In most regions of the world, safeguarding groundwater resources is a serious issue, particularly in coastal areas where groundwater is the main water source for drinking, irrigation and industry. Water availability depends on climate, topography and geology. The aim of this paper is to evaluate aquifer recharge as a possible strategy to relieve water resource scarcity. Natural aquifer recharge is defined as the downward flow of water reaching the water table, increasing the groundwater reservoir. Hydro-meteorological factors (rainfall, evapotranspiration and runoff) may alter natural recharge processes...
January 2018: Annali di Igiene: Medicina Preventiva e di Comunità
Mukan Ji, Chris Greening, Inka Vanwonterghem, Carlo R Carere, Sean K Bay, Jason A Steen, Kate Montgomery, Thomas Lines, John Beardall, Josie van Dorst, Ian Snape, Matthew B Stott, Philip Hugenholtz, Belinda C Ferrari
Cultivation-independent surveys have shown that the desert soils of Antarctica harbour surprisingly rich microbial communities. Given that phototroph abundance varies across these Antarctic soils, an enduring question is what supports life in those communities with low photosynthetic capacity. Here we provide evidence that atmospheric trace gases are the primary energy sources of two Antarctic surface soil communities. We reconstructed 23 draft genomes from metagenomic reads, including genomes from the candidate bacterial phyla WPS-2 and AD3...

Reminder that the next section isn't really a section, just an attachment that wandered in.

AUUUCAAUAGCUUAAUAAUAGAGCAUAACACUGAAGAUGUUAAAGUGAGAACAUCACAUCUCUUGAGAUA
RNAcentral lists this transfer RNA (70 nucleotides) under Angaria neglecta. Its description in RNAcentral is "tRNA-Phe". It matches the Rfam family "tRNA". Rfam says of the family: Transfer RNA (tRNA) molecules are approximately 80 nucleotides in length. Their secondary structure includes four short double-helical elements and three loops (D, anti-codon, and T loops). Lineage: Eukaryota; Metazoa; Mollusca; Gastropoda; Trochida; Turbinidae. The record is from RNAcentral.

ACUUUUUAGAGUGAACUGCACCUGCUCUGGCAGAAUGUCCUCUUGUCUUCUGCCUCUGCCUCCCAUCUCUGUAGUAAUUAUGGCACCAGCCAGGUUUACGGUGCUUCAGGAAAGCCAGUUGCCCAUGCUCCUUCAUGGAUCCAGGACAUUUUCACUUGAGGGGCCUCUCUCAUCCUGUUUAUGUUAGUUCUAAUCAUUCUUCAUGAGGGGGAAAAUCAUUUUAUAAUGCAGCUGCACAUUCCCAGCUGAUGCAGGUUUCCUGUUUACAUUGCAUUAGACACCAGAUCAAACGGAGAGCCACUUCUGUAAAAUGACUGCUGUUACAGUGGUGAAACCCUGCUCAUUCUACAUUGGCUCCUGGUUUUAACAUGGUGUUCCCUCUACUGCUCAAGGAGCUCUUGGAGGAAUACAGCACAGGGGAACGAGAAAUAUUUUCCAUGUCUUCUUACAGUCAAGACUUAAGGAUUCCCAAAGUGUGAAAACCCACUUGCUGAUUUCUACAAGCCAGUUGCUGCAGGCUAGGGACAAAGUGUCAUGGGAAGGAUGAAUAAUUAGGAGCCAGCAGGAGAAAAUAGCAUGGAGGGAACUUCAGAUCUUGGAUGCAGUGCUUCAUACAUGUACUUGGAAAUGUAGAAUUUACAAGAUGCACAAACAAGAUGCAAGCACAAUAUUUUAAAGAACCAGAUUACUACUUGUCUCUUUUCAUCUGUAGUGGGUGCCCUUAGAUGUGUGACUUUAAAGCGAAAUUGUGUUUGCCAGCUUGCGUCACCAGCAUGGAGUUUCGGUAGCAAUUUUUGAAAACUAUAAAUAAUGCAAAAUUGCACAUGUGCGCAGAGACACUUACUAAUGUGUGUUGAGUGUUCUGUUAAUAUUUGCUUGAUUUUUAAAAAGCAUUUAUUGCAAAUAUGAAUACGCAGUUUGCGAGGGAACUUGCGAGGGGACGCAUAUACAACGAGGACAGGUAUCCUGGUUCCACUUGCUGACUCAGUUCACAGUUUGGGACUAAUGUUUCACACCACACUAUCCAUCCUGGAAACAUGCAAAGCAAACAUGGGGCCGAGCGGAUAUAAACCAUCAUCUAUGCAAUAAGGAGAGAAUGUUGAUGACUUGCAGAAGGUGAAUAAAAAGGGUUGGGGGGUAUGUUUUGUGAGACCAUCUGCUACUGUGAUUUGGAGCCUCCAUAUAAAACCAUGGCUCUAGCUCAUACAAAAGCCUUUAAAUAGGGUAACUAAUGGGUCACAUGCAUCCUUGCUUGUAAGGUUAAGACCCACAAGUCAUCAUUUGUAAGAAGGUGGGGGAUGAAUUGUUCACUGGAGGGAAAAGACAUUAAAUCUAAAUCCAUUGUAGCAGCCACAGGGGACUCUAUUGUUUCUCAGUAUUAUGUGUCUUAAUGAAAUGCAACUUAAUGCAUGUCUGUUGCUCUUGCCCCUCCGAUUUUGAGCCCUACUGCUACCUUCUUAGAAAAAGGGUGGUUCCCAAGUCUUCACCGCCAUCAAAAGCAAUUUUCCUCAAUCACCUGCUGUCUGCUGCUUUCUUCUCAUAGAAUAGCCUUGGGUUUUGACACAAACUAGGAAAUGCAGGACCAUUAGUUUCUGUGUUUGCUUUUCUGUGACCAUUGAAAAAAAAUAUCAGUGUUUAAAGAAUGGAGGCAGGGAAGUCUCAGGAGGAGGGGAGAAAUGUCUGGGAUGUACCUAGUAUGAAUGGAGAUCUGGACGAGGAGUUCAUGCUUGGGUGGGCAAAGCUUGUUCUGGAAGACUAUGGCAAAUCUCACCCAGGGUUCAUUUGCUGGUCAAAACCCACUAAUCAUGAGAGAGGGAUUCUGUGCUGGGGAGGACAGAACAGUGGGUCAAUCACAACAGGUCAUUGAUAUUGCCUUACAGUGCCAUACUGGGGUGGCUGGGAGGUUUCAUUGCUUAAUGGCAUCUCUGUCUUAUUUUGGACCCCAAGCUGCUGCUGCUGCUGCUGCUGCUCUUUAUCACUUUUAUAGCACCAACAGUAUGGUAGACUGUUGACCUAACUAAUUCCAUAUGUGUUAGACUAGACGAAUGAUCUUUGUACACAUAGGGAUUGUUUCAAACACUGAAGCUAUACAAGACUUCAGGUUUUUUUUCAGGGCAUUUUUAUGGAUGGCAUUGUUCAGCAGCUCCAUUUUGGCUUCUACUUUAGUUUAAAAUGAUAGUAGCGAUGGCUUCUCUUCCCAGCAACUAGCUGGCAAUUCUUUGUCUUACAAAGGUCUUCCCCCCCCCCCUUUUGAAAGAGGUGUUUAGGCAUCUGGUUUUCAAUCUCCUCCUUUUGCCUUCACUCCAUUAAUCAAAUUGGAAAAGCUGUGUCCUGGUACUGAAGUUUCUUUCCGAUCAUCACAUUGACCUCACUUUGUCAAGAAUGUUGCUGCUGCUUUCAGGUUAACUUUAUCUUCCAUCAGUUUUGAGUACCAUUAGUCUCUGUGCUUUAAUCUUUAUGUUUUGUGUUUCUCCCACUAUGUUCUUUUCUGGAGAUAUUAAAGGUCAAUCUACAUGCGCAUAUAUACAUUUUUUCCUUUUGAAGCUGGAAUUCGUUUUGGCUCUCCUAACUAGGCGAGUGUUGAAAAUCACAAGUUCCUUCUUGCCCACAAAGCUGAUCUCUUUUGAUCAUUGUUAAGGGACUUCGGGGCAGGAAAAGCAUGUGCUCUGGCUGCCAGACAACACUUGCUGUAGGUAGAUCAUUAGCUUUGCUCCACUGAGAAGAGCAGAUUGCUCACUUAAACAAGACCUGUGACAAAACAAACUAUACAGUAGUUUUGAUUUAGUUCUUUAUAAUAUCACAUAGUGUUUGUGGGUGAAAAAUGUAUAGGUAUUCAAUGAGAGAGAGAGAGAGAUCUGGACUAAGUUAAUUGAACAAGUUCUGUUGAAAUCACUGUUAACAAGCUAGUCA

December 6, 2017: Nature
J Miot, S Bernard, M Bourreau, F Guyot, A Kish
Burial is generally detrimental to the preservation of biological signals. It has often been assumed that (bio)mineral-encrusted microorganisms are more resistant to burial-induced degradation than non-encrusted ones over geological timescales. For the present study, we submitted Sulfolobus acidocaldarius experimentally encrusted by amorphous Fe phosphates to constrained temperature conditions (150 °C) under pressure for 1 to 5 days, thereby simulating burial-induced processes. We document the molecular and mineralogical evolution of these assemblages down to the sub-micrometer scale using X-ray diffraction, scanning and transmission electron microscopies and synchrotron-based X-ray absorption near edge structure spectroscopy at the carbon K-edge...
December 5, 2017: Scientific Reports
Faten Telahigue, Belgacem Agoubi, Fayza Souid, Adel Kharroubi
The present study integrates hydrogeological, hydrochemical and radiogenic data of groundwater samples taken from the Plio-Quaternary unconfined aquifer of Jerba Island, southeastern Tunisia, in order to interpret the spatial variations of the groundwater quality and identify the main hydrogeochemical factors responsible for the high ion concentrations and radon-222 content in the groundwater analysed. Thirty-nine groundwater samples were collected from open wells widespread on the island. Physical parameters (EC, pH, TDS and T °) were measured, major ions (Ca2+, Mg2+, Na+, K+, Cl-, SO42-, NO3- and HCO3-) were analysed and 222Rn concentrations were determined using a RAD7-H2O...